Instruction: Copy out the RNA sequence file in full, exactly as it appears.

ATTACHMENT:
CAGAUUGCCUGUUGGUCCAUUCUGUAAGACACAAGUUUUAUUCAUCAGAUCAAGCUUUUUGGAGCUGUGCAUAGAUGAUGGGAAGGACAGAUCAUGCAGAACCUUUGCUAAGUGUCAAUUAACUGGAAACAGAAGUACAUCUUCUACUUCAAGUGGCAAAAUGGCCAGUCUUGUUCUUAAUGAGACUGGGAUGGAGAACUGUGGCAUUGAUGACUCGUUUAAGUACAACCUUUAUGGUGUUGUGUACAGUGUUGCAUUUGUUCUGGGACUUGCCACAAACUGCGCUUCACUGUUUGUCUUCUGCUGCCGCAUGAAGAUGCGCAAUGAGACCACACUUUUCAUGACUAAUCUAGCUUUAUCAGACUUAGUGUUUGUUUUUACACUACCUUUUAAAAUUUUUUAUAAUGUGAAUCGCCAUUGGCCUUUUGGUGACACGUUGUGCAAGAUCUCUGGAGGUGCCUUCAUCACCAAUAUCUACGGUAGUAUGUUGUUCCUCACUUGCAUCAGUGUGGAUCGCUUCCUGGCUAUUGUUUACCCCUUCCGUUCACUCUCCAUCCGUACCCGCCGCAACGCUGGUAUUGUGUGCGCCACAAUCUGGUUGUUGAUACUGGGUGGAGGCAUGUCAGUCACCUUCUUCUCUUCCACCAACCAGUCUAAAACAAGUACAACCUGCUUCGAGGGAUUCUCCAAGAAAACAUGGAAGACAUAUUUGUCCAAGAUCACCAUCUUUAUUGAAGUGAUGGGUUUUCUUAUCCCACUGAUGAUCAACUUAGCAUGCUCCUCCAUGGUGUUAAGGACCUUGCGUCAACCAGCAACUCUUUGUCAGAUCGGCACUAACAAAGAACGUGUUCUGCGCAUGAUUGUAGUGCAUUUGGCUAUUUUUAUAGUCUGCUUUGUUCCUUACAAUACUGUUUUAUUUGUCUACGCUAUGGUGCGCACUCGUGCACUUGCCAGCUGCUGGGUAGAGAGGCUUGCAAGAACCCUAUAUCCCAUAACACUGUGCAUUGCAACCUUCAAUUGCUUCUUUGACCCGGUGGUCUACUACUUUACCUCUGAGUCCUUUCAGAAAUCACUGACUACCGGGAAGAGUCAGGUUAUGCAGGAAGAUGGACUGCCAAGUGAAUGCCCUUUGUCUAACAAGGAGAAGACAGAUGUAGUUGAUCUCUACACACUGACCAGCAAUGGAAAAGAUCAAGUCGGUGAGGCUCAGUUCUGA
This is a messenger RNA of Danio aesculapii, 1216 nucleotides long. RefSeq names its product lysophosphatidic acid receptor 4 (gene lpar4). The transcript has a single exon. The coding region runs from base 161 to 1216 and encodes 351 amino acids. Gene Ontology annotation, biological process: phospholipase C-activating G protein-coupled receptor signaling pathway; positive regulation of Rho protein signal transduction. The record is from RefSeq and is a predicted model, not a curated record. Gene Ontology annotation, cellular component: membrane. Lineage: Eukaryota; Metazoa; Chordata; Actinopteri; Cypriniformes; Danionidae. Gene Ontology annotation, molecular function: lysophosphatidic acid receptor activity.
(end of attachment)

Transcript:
CAGAUUGCCUGUUGGUCCAUUCUGUAAGACACAAGUUUUAUUCAUCAGAUCAAGCUUUUUGGAGCUGUGCAUAGAUGAUGGGAAGGACAGAUCAUGCAGAACCUUUGCUAAGUGUCAAUUAACUGGAAACAGAAGUACAUCUUCUACUUCAAGUGGCAAAAUGGCCAGUCUUGUUCUUAAUGAGACUGGGAUGGAGAACUGUGGCAUUGAUGACUCGUUUAAGUACAACCUUUAUGGUGUUGUGUACAGUGUUGCAUUUGUUCUGGGACUUGCCACAAACUGCGCUUCACUGUUUGUCUUCUGCUGCCGCAUGAAGAUGCGCAAUGAGACCACACUUUUCAUGACUAAUCUAGCUUUAUCAGACUUAGUGUUUGUUUUUACACUACCUUUUAAAAUUUUUUAUAAUGUGAAUCGCCAUUGGCCUUUUGGUGACACGUUGUGCAAGAUCUCUGGAGGUGCCUUCAUCACCAAUAUCUACGGUAGUAUGUUGUUCCUCACUUGCAUCAGUGUGGAUCGCUUCCUGGCUAUUGUUUACCCCUUCCGUUCACUCUCCAUCCGUACCCGCCGCAACGCUGGUAUUGUGUGCGCCACAAUCUGGUUGUUGAUACUGGGUGGAGGCAUGUCAGUCACCUUCUUCUCUUCCACCAACCAGUCUAAAACAAGUACAACCUGCUUCGAGGGAUUCUCCAAGAAAACAUGGAAGACAUAUUUGUCCAAGAUCACCAUCUUUAUUGAAGUGAUGGGUUUUCUUAUCCCACUGAUGAUCAACUUAGCAUGCUCCUCCAUGGUGUUAAGGACCUUGCGUCAACCAGCAACUCUUUGUCAGAUCGGCACUAACAAAGAACGUGUUCUGCGCAUGAUUGUAGUGCAUUUGGCUAUUUUUAUAGUCUGCUUUGUUCCUUACAAUACUGUUUUAUUUGUCUACGCUAUGGUGCGCACUCGUGCACUUGCCAGCUGCUGGGUAGAGAGGCUUGCAAGAACCCUAUAUCCCAUAACACUGUGCAUUGCAACCUUCAAUUGCUUCUUUGACCCGGUGGUCUACUACUUUACCUCUGAGUCCUUUCAGAAAUCACUGACUACCGGGAAGAGUCAGGUUAUGCAGGAAGAUGGACUGCCAAGUGAAUGCCCUUUGUCUAACAAGGAGAAGACAGAUGUAGUUGAUCUCUACACACUGACCAGCAAUGGAAAAGAUCAAGUCGGUGAGGCUCAGUUCUGA
This is a messenger RNA of Danio aesculapii, 1216 nucleotides long. RefSeq names its product lysophosphatidic acid receptor 4 (gene lpar4). The transcript has a single exon. The coding region runs from base 161 to 1216 and encodes 351 amino acids. Gene Ontology annotation, biological process: phospholipase C-activating G protein-coupled receptor signaling pathway; positive regulation of Rho protein signal transduction. The record is from RefSeq and is a predicted model, not a curated record. Gene Ontology annotation, cellular component: membrane. Lineage: Eukaryota; Metazoa; Chordata; Actinopteri; Cypriniformes; Danionidae. Gene Ontology annotation, molecular function: lysophosphatidic acid receptor activity.